About

Dr. Ronald Sillars pioneered the development of Metrosil silicon carbide varistors in 1937.

Metrosil was borne out of the high-voltage department of Metropolitan-Vickers – a name synonymous with excellence.

Dr. Sillars studied the Natural Sciences Tripos at Cambridge before serving as a college apprentice at Metropolitan-Vickers between 1932 and 1934. With an obvious flair for electrical insulation, he soon established himself as an authority in the field, receiving a doctorate of philosophy in 1937 for his research at Oxford University into the causes of energy loss in dielectrics.

Returning to Metropolitan-Vickers in 1937 as an Engineer, Dr. Sillars immediately began developing electrical insulating materials using silicon carbide. His findings marked a significant departure from existing understandings of resistant materials. Ohm’s law saw current as directly proportional to voltage, however doubling the voltage applied to Dr. Sillars’ products increased the current twentyfold. These non-linear resistors were named “Metrosil”, the name deriving from a combination of “Metropolitan-Vickers” and “silicon carbide”. It is widely believed that Metrosil was the first non-linear resistor to function as a voltage surge diverter.

Dr. Ronald Sillars who Pioneered Metrosil Silicon Carbide Varistors at Metropolitan-Vickers in 1937
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As the world’s power infrastructure developed, Dr. Sillars discovered further uses for Metrosil. Initially applied in lightning protection, Metrosil soon satisfied a variety of other applications, for example as a surge diverter for telephones, radar equipment and relays, whilst also protecting exciter discharge systems, transformer tap changers and rectifiers. During the Second World War, Metrosil was heavily utilised in the commutators and generators of naval vessels, with over 25,000 Metrosil units produced every week to satisfy demand.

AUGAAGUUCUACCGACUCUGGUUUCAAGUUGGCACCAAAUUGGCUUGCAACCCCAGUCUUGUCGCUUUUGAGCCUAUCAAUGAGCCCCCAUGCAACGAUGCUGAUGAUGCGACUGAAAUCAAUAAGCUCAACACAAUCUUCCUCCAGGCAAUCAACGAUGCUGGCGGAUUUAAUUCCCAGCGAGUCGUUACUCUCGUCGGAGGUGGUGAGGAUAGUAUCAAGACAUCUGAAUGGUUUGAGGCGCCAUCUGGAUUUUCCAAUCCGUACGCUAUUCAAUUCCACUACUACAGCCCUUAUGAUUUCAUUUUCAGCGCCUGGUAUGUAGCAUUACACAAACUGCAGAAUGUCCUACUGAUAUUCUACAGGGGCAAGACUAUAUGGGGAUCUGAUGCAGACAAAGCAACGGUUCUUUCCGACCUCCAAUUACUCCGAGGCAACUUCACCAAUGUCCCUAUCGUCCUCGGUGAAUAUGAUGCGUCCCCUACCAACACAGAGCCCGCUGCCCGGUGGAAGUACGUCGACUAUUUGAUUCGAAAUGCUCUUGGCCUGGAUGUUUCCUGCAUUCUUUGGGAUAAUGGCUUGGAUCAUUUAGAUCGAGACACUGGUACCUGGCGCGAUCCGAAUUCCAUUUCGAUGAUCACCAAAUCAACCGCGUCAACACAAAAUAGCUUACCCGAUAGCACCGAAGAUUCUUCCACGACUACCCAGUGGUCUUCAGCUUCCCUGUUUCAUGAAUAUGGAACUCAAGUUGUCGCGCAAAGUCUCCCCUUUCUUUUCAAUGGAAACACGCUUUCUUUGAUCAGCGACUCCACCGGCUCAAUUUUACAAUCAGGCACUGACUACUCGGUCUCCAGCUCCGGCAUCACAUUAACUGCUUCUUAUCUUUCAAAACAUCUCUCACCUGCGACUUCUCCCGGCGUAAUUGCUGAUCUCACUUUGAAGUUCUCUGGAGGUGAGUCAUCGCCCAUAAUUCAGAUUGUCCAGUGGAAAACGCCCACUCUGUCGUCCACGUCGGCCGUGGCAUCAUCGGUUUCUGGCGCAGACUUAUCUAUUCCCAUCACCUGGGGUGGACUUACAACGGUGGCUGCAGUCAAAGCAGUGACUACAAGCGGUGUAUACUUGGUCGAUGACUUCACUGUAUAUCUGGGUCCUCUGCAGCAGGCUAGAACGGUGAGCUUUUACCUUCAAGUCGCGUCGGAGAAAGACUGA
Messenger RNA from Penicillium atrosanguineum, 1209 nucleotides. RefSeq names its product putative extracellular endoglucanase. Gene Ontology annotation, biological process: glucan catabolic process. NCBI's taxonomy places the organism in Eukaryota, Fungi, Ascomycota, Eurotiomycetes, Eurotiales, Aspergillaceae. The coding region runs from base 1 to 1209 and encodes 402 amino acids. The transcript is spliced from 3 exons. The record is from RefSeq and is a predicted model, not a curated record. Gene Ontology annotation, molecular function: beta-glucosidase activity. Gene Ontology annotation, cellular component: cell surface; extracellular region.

Between 1954 and 1973, other notable achievements by Dr. Sillars include the invention of a multi-break circuit breaker and the publishing of “Electrical Insulating Materials and their Application”; a book that is still used as a teaching aid to this day.

In his later career, Dr. Sillars believed that it was no longer possible for one person to write authoritatively on the subject of electrical insulation. However, the rapidly accumulating knowledge and range of materials in the field were largely down to his research.

In more recent times, Metrosil varistors have led to a variety of technical applications, including high impedance relay schemes, current transformers and electro-magnets. Innovation is one of ‘three pillars’ that the brand stands by to maintain its position in the energy industry.

Metrosil products are manufactured by M&I Materials at its headquarters in Manchester, UK. M&I Materials has a rich heritage in electrical insulation. The company was formed in 1901 as The Mica Insulator Company Ltd, eventually becoming The Micanite & Insulators Co. Ltd (‘M&I’). After joining Associated Electrical Industries Limited (AEI) in 1958, which was the holding company of a number of electrical manufacturers, including Metropolitan-Vickers, the company grew out of the research division of GEC ALSTHOM after AEI was acquired by GEC in 1967 and merged with Compagnie Générale d’Electricité (CGE) in 1989. M&I became an independently owned business in 1993, acquiring the Metrosil®, MIDEL®, Apiezon® and Wolfmet® brands.

In 2024, M&I Materials remains focused on commercialising specialist materials for demanding applications via the Metrosil®, Apiezon®, Performance Biolubricants and Wolfmet® brands.

Part of M&I Materials' Head Office in Trafford Park, UK

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